Exhibitions

The Spirit of Japan
at Gordon Ramsay's Lucky Cat, London

London-based Italian artist Marco Bettoni presents a suite of photographs that celebrate the quirky and highly-stylised illuminated signs on the roofs of Tokyo taxis. Each sign is highlighted against the darkness, a familiar
and recognisable symbol in Japanese culture, but a distinct and enigmatic object from the Western perspective. These signs appear to float in space, a mesmerizing object set apart from the urban frenzy of the Tokyo streets. Bettoni explores the idea of the signs as a contemporary version of the traditional ‘lantern’. With a long tradition of lantern festivals in Asia, Bettoni pays homage to this local culture, and alludes to the reach of globalisation, where he has memorialized these electric signs as symbols of the new age.

Curated by Melissa Digby-Bell,

Offshoot Arts in partnership with A Space for Art

Marco Bettoni showing in the Window Galleries, Canary Wharf, London

Marco Bettoni is a London-based artist, formerly a Camberwell School of Art MA Graduate. His photographs are displayed as large photographs or lightboxes.
Having travelled extensively abroad, and most importantly for this series, in the Far East, his unusual and contemporary works of Art are inspired by the history, philosophy and the culture of the places he has visited. This series is based on the wonderful and sometime odd and funny signs used by taxi firms to advertise their companies, entirely unlike in the UK.

His work is featured in numerous public & private collections, both on the UK an abroad, including Virgin Atlantic, Matrix Chambers in London, and Fondazione Teseco in Pisa, Italy.

 

Curated by Keith Watson

 

Tokyo Nocturne, Scream Gallery
London

Bettoni's latest body of photographic images are an extension of his ongoing series Tokyo Lights. His fascination with contemporary urban Japanese life is manifested here through fine prints/light-boxes of striking illuminated signs isolated from their original setting of speeding Tokyo taxis.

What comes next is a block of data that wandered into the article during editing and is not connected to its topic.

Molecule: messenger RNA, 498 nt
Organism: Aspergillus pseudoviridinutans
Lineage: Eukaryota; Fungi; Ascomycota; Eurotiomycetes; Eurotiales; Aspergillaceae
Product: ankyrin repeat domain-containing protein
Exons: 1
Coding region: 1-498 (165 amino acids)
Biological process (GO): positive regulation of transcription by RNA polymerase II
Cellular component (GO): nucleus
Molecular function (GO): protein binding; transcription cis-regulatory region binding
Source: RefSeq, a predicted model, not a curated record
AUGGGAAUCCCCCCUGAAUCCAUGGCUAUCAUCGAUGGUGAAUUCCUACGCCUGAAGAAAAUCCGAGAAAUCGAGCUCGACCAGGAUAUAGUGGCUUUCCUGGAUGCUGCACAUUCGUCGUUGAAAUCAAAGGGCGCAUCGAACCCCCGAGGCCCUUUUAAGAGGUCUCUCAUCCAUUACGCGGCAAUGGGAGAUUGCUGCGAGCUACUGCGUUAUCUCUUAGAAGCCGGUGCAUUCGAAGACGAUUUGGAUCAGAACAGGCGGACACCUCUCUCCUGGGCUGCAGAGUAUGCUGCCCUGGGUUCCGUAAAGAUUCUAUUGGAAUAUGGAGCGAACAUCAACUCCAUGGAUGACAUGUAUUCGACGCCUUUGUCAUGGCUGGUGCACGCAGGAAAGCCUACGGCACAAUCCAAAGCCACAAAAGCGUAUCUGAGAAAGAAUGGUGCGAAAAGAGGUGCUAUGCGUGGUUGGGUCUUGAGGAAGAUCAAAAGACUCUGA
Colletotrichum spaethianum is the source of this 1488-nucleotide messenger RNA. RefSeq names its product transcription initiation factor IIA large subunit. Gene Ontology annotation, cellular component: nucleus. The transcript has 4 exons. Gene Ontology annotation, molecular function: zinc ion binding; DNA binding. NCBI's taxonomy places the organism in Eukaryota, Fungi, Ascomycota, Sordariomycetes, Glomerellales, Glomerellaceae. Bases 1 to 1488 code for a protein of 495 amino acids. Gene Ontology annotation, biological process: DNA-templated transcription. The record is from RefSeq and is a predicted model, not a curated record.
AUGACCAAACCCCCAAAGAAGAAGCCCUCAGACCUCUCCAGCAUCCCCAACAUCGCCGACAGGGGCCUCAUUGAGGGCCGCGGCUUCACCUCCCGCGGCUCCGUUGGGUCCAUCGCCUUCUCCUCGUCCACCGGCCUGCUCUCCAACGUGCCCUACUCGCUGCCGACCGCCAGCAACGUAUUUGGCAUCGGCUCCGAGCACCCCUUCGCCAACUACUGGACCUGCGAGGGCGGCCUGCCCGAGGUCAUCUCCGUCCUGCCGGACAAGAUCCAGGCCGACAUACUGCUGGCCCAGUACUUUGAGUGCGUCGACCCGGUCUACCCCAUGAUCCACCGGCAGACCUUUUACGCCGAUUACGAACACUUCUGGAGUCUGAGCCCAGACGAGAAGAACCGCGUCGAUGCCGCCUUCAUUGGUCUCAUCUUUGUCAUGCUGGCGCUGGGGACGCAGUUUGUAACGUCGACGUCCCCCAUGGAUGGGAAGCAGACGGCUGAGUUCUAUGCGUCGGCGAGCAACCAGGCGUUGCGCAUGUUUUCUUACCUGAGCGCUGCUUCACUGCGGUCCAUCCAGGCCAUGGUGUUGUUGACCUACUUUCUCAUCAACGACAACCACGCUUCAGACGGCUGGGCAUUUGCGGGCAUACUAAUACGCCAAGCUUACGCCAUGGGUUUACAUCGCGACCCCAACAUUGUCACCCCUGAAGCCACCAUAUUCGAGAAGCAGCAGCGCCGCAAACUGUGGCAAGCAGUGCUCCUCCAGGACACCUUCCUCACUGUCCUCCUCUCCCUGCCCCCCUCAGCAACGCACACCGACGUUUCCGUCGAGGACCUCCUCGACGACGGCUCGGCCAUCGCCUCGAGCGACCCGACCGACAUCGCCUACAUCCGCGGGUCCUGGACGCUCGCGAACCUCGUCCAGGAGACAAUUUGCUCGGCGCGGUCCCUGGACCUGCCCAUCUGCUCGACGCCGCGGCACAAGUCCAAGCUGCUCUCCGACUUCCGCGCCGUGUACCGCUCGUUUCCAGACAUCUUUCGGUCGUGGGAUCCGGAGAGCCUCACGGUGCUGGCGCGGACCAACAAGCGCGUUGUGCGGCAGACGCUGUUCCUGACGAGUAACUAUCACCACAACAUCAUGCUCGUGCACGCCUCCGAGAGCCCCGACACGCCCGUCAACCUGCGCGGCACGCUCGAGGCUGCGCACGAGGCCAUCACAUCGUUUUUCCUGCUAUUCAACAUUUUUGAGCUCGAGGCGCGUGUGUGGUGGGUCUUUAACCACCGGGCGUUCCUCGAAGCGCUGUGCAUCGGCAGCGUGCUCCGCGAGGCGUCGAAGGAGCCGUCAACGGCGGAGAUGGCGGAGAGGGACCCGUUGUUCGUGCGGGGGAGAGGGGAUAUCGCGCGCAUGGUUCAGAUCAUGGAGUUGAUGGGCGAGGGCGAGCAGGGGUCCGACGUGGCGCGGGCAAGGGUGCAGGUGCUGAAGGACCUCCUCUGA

Bettoni obtained each image with not inconsiderable agility and fearlessness, as traffic raced by in the city streets of Tokyo. But in each image, all movement is stilled and absent, with intense colour and light in freeze frame against the black of night. 

Marco Bettoni's work becomes a beautiful example of the way we can discover traces of local culture in features of globalised culture, enriched by the artist from a certain sense of wonder in something taken for granted by locals. We may see this as the mysterious workings of what is often mistakenly dismissed as exoticism, but which is in fact a universal phenomenon, an inevitable component of the renewal of perception.

Guy Brett

Art Critic, Curator, Lecturer and Writer, London

Drawing the Sky, Galleria Vanna Casati, Bergamo, Italy 

Bettoni's hallmark approach to art is evident in Drawing the Sky. This time he has drawn his inspiration from koinobori, the carp-shaped kites that flutter in Japan's skies. Bettoni's photographs capture the moment and freeze the transitional as it rapidly evolves. The Japanese element, which is where the whole process began, has become vanishingly muted in these invented vedutas which, to borrow the words of the poet Hashin, are "neither sky nor earth". They are neither abstract or figurative either. They are worlds apart that the artist has created, using a fisheye lens to form rounded worlds because each circle is a finite world; together, the circles make a constellation of finite worlds. Exhibited in this form, they become the creation of a universe composed of self-contained parallel worlds. Also on view in the gallery is a second series of photos that focuses on architecture and its ability to create new landscapes.

As a whole, Drawing the Sky is an enrichment of Marco Bettoni's body of work. It broadens his path of enquiry, yet at the same time it is a continuation of the artist's sensibility, his ability to seize details from reality and use them to redraw reality with his own personal signature; to craft a new reality out of the equilibrium of harmony, and a balance between the figurative and the abstract. He personally and directly participates in creating the conditions that allow the idea to fly. Once again, he shows that his creativity is strong enough to make us forget the starting point – in this case, the koinobori – without in any way betraying it. Indeed, by retaining its framework of reference in the finished work of art, by achieving this distance, he amplifies the potential of the reality that prompted the idea in the first place.

Paolo Nelli

(Translation by Adam Victor)

Jizo Project, Dieci.Due!
Milan, Italy

(...) Jizo, or at least the statues from which the artist drew inspiration, are baby-faced figurines that are very common in Japan, especially in temples. In the afterlife, they protect infants aged two and under who have died, and unborn children too. Family members who have suffered such a loss cover a Jizo's head with a little cap, put bibs on them, and bring them baby games. Bettoni has trodden the extremely fine line between individual grief and tradition, and reinvented the statues by weaving little caps right onto canvas, reprising the immobile expressions of their stereotypical little faces, and transforming them into mini totems which, in a calm and repetitive aesthetic gesture, are both reassuring and, because of their totemic arrangement, disquieting at the same time (...)